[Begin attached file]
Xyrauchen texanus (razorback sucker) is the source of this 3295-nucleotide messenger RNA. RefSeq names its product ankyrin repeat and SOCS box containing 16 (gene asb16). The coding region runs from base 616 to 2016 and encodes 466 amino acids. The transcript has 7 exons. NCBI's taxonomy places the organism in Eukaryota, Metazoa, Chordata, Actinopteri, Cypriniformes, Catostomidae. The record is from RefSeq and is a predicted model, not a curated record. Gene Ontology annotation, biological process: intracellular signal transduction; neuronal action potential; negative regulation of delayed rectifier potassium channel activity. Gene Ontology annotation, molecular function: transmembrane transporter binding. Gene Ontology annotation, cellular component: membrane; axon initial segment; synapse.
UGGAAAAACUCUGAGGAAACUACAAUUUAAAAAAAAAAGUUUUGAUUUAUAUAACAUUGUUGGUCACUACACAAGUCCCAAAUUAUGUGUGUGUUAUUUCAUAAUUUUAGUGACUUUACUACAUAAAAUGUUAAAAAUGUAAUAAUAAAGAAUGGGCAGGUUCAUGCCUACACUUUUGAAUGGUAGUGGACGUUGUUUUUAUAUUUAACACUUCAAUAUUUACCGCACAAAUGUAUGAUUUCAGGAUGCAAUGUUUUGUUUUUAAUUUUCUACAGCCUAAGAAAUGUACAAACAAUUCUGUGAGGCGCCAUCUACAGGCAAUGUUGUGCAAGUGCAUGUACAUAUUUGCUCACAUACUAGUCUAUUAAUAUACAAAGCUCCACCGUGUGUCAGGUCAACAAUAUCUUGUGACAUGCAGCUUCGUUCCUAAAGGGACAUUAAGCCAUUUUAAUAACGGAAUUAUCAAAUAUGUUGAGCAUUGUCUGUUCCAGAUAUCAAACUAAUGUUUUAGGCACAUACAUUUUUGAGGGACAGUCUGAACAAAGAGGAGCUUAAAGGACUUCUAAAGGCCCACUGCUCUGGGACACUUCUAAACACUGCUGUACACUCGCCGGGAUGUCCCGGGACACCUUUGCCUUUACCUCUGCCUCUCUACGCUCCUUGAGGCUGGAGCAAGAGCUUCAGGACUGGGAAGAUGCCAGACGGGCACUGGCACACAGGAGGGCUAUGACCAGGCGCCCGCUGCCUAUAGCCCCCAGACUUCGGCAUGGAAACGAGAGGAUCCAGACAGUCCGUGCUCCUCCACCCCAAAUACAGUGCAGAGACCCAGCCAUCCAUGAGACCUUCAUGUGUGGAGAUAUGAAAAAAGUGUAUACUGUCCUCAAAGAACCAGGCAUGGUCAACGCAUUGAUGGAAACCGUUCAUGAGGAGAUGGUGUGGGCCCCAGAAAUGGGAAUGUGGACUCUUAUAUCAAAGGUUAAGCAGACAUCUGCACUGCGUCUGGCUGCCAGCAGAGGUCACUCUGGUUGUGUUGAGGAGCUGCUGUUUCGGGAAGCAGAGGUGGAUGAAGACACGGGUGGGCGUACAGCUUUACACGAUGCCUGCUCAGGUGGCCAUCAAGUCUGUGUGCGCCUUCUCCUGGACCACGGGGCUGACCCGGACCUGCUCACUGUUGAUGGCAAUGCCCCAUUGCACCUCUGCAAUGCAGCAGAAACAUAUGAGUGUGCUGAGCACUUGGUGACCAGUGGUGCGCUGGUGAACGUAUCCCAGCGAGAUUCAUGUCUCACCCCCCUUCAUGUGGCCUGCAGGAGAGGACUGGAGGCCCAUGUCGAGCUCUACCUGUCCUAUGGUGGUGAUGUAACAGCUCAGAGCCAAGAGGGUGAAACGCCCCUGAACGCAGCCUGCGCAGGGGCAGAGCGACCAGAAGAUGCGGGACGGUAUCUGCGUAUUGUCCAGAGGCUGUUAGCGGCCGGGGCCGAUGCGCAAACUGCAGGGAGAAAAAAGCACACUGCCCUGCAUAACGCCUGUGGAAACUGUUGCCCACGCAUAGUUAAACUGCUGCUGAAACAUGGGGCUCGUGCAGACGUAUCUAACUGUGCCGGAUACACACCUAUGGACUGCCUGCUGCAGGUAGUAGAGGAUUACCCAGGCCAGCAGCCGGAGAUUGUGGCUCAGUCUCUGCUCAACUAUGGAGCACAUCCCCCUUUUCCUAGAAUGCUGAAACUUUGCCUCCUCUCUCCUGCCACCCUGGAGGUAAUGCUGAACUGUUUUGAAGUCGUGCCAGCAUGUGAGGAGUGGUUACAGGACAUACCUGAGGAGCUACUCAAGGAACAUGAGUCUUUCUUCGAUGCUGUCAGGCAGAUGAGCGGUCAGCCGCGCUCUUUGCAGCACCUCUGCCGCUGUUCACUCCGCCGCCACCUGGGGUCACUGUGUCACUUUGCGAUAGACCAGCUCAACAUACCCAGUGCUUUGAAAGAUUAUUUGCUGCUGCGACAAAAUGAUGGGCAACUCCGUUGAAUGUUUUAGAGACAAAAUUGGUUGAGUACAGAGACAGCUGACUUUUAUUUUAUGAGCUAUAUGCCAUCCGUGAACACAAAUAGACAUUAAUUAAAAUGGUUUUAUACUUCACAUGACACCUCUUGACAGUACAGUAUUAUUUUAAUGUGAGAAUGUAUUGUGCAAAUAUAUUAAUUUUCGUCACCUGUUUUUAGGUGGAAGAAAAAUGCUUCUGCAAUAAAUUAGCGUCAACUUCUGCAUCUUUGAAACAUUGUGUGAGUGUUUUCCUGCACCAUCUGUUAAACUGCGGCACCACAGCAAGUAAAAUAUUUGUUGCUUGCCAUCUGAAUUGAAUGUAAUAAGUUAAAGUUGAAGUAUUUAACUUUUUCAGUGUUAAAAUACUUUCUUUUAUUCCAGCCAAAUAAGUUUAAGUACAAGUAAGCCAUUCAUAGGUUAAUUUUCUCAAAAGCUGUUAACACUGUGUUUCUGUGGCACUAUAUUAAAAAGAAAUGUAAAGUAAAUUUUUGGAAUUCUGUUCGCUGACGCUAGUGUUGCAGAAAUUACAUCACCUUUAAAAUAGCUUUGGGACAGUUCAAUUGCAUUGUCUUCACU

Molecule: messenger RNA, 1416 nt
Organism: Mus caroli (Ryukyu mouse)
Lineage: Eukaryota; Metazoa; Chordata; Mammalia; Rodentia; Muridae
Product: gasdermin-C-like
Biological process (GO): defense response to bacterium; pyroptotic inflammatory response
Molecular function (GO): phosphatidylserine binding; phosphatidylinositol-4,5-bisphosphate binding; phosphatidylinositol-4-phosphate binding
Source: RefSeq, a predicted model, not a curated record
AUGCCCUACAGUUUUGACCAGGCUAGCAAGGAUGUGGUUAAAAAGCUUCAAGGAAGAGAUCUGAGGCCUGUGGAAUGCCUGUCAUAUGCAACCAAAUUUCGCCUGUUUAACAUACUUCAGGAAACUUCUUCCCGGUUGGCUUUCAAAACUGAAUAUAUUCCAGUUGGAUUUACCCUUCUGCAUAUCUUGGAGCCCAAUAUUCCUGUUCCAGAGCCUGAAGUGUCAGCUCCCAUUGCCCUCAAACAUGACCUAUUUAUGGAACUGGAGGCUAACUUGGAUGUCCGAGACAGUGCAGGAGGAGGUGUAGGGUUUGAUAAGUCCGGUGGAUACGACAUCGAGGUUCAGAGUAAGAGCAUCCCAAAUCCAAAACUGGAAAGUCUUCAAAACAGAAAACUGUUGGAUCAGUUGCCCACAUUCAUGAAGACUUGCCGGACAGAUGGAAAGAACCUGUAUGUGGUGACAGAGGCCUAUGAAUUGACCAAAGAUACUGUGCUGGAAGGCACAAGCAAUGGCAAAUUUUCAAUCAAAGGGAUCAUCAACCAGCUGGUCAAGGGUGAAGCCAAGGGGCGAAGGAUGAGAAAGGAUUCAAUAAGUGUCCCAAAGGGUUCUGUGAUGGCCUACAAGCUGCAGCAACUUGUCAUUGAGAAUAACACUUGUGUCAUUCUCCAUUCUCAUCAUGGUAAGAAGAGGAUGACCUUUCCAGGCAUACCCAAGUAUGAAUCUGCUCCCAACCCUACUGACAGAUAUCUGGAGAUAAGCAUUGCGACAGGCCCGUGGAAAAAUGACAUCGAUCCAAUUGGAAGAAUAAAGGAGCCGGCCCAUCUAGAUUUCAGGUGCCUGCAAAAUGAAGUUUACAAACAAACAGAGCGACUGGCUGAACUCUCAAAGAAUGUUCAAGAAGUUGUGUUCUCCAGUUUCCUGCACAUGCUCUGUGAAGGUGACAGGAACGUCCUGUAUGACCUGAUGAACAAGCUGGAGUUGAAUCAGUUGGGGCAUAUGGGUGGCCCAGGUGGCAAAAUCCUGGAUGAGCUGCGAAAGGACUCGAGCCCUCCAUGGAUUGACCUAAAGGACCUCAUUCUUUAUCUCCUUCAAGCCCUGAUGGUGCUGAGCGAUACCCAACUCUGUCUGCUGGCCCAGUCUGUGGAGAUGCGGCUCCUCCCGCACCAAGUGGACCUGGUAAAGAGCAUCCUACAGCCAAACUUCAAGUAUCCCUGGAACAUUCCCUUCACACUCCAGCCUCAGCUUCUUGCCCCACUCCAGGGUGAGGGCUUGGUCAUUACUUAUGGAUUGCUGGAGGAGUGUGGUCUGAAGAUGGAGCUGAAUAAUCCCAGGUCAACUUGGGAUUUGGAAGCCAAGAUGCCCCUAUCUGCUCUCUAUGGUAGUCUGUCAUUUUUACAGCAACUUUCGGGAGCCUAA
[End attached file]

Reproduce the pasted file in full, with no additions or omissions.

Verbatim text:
Xyrauchen texanus (razorback sucker) is the source of this 3295-nucleotide messenger RNA. RefSeq names its product ankyrin repeat and SOCS box containing 16 (gene asb16). The coding region runs from base 616 to 2016 and encodes 466 amino acids. The transcript has 7 exons. NCBI's taxonomy places the organism in Eukaryota, Metazoa, Chordata, Actinopteri, Cypriniformes, Catostomidae. The record is from RefSeq and is a predicted model, not a curated record. Gene Ontology annotation, biological process: intracellular signal transduction; neuronal action potential; negative regulation of delayed rectifier potassium channel activity. Gene Ontology annotation, molecular function: transmembrane transporter binding. Gene Ontology annotation, cellular component: membrane; axon initial segment; synapse.
UGGAAAAACUCUGAGGAAACUACAAUUUAAAAAAAAAAGUUUUGAUUUAUAUAACAUUGUUGGUCACUACACAAGUCCCAAAUUAUGUGUGUGUUAUUUCAUAAUUUUAGUGACUUUACUACAUAAAAUGUUAAAAAUGUAAUAAUAAAGAAUGGGCAGGUUCAUGCCUACACUUUUGAAUGGUAGUGGACGUUGUUUUUAUAUUUAACACUUCAAUAUUUACCGCACAAAUGUAUGAUUUCAGGAUGCAAUGUUUUGUUUUUAAUUUUCUACAGCCUAAGAAAUGUACAAACAAUUCUGUGAGGCGCCAUCUACAGGCAAUGUUGUGCAAGUGCAUGUACAUAUUUGCUCACAUACUAGUCUAUUAAUAUACAAAGCUCCACCGUGUGUCAGGUCAACAAUAUCUUGUGACAUGCAGCUUCGUUCCUAAAGGGACAUUAAGCCAUUUUAAUAACGGAAUUAUCAAAUAUGUUGAGCAUUGUCUGUUCCAGAUAUCAAACUAAUGUUUUAGGCACAUACAUUUUUGAGGGACAGUCUGAACAAAGAGGAGCUUAAAGGACUUCUAAAGGCCCACUGCUCUGGGACACUUCUAAACACUGCUGUACACUCGCCGGGAUGUCCCGGGACACCUUUGCCUUUACCUCUGCCUCUCUACGCUCCUUGAGGCUGGAGCAAGAGCUUCAGGACUGGGAAGAUGCCAGACGGGCACUGGCACACAGGAGGGCUAUGACCAGGCGCCCGCUGCCUAUAGCCCCCAGACUUCGGCAUGGAAACGAGAGGAUCCAGACAGUCCGUGCUCCUCCACCCCAAAUACAGUGCAGAGACCCAGCCAUCCAUGAGACCUUCAUGUGUGGAGAUAUGAAAAAAGUGUAUACUGUCCUCAAAGAACCAGGCAUGGUCAACGCAUUGAUGGAAACCGUUCAUGAGGAGAUGGUGUGGGCCCCAGAAAUGGGAAUGUGGACUCUUAUAUCAAAGGUUAAGCAGACAUCUGCACUGCGUCUGGCUGCCAGCAGAGGUCACUCUGGUUGUGUUGAGGAGCUGCUGUUUCGGGAAGCAGAGGUGGAUGAAGACACGGGUGGGCGUACAGCUUUACACGAUGCCUGCUCAGGUGGCCAUCAAGUCUGUGUGCGCCUUCUCCUGGACCACGGGGCUGACCCGGACCUGCUCACUGUUGAUGGCAAUGCCCCAUUGCACCUCUGCAAUGCAGCAGAAACAUAUGAGUGUGCUGAGCACUUGGUGACCAGUGGUGCGCUGGUGAACGUAUCCCAGCGAGAUUCAUGUCUCACCCCCCUUCAUGUGGCCUGCAGGAGAGGACUGGAGGCCCAUGUCGAGCUCUACCUGUCCUAUGGUGGUGAUGUAACAGCUCAGAGCCAAGAGGGUGAAACGCCCCUGAACGCAGCCUGCGCAGGGGCAGAGCGACCAGAAGAUGCGGGACGGUAUCUGCGUAUUGUCCAGAGGCUGUUAGCGGCCGGGGCCGAUGCGCAAACUGCAGGGAGAAAAAAGCACACUGCCCUGCAUAACGCCUGUGGAAACUGUUGCCCACGCAUAGUUAAACUGCUGCUGAAACAUGGGGCUCGUGCAGACGUAUCUAACUGUGCCGGAUACACACCUAUGGACUGCCUGCUGCAGGUAGUAGAGGAUUACCCAGGCCAGCAGCCGGAGAUUGUGGCUCAGUCUCUGCUCAACUAUGGAGCACAUCCCCCUUUUCCUAGAAUGCUGAAACUUUGCCUCCUCUCUCCUGCCACCCUGGAGGUAAUGCUGAACUGUUUUGAAGUCGUGCCAGCAUGUGAGGAGUGGUUACAGGACAUACCUGAGGAGCUACUCAAGGAACAUGAGUCUUUCUUCGAUGCUGUCAGGCAGAUGAGCGGUCAGCCGCGCUCUUUGCAGCACCUCUGCCGCUGUUCACUCCGCCGCCACCUGGGGUCACUGUGUCACUUUGCGAUAGACCAGCUCAACAUACCCAGUGCUUUGAAAGAUUAUUUGCUGCUGCGACAAAAUGAUGGGCAACUCCGUUGAAUGUUUUAGAGACAAAAUUGGUUGAGUACAGAGACAGCUGACUUUUAUUUUAUGAGCUAUAUGCCAUCCGUGAACACAAAUAGACAUUAAUUAAAAUGGUUUUAUACUUCACAUGACACCUCUUGACAGUACAGUAUUAUUUUAAUGUGAGAAUGUAUUGUGCAAAUAUAUUAAUUUUCGUCACCUGUUUUUAGGUGGAAGAAAAAUGCUUCUGCAAUAAAUUAGCGUCAACUUCUGCAUCUUUGAAACAUUGUGUGAGUGUUUUCCUGCACCAUCUGUUAAACUGCGGCACCACAGCAAGUAAAAUAUUUGUUGCUUGCCAUCUGAAUUGAAUGUAAUAAGUUAAAGUUGAAGUAUUUAACUUUUUCAGUGUUAAAAUACUUUCUUUUAUUCCAGCCAAAUAAGUUUAAGUACAAGUAAGCCAUUCAUAGGUUAAUUUUCUCAAAAGCUGUUAACACUGUGUUUCUGUGGCACUAUAUUAAAAAGAAAUGUAAAGUAAAUUUUUGGAAUUCUGUUCGCUGACGCUAGUGUUGCAGAAAUUACAUCACCUUUAAAAUAGCUUUGGGACAGUUCAAUUGCAUUGUCUUCACU

Molecule: messenger RNA, 1416 nt
Organism: Mus caroli (Ryukyu mouse)
Lineage: Eukaryota; Metazoa; Chordata; Mammalia; Rodentia; Muridae
Product: gasdermin-C-like
Biological process (GO): defense response to bacterium; pyroptotic inflammatory response
Molecular function (GO): phosphatidylserine binding; phosphatidylinositol-4,5-bisphosphate binding; phosphatidylinositol-4-phosphate binding
Source: RefSeq, a predicted model, not a curated record
AUGCCCUACAGUUUUGACCAGGCUAGCAAGGAUGUGGUUAAAAAGCUUCAAGGAAGAGAUCUGAGGCCUGUGGAAUGCCUGUCAUAUGCAACCAAAUUUCGCCUGUUUAACAUACUUCAGGAAACUUCUUCCCGGUUGGCUUUCAAAACUGAAUAUAUUCCAGUUGGAUUUACCCUUCUGCAUAUCUUGGAGCCCAAUAUUCCUGUUCCAGAGCCUGAAGUGUCAGCUCCCAUUGCCCUCAAACAUGACCUAUUUAUGGAACUGGAGGCUAACUUGGAUGUCCGAGACAGUGCAGGAGGAGGUGUAGGGUUUGAUAAGUCCGGUGGAUACGACAUCGAGGUUCAGAGUAAGAGCAUCCCAAAUCCAAAACUGGAAAGUCUUCAAAACAGAAAACUGUUGGAUCAGUUGCCCACAUUCAUGAAGACUUGCCGGACAGAUGGAAAGAACCUGUAUGUGGUGACAGAGGCCUAUGAAUUGACCAAAGAUACUGUGCUGGAAGGCACAAGCAAUGGCAAAUUUUCAAUCAAAGGGAUCAUCAACCAGCUGGUCAAGGGUGAAGCCAAGGGGCGAAGGAUGAGAAAGGAUUCAAUAAGUGUCCCAAAGGGUUCUGUGAUGGCCUACAAGCUGCAGCAACUUGUCAUUGAGAAUAACACUUGUGUCAUUCUCCAUUCUCAUCAUGGUAAGAAGAGGAUGACCUUUCCAGGCAUACCCAAGUAUGAAUCUGCUCCCAACCCUACUGACAGAUAUCUGGAGAUAAGCAUUGCGACAGGCCCGUGGAAAAAUGACAUCGAUCCAAUUGGAAGAAUAAAGGAGCCGGCCCAUCUAGAUUUCAGGUGCCUGCAAAAUGAAGUUUACAAACAAACAGAGCGACUGGCUGAACUCUCAAAGAAUGUUCAAGAAGUUGUGUUCUCCAGUUUCCUGCACAUGCUCUGUGAAGGUGACAGGAACGUCCUGUAUGACCUGAUGAACAAGCUGGAGUUGAAUCAGUUGGGGCAUAUGGGUGGCCCAGGUGGCAAAAUCCUGGAUGAGCUGCGAAAGGACUCGAGCCCUCCAUGGAUUGACCUAAAGGACCUCAUUCUUUAUCUCCUUCAAGCCCUGAUGGUGCUGAGCGAUACCCAACUCUGUCUGCUGGCCCAGUCUGUGGAGAUGCGGCUCCUCCCGCACCAAGUGGACCUGGUAAAGAGCAUCCUACAGCCAAACUUCAAGUAUCCCUGGAACAUUCCCUUCACACUCCAGCCUCAGCUUCUUGCCCCACUCCAGGGUGAGGGCUUGGUCAUUACUUAUGGAUUGCUGGAGGAGUGUGGUCUGAAGAUGGAGCUGAAUAAUCCCAGGUCAACUUGGGAUUUGGAAGCCAAGAUGCCCCUAUCUGCUCUCUAUGGUAGUCUGUCAUUUUUACAGCAACUUUCGGGAGCCUAA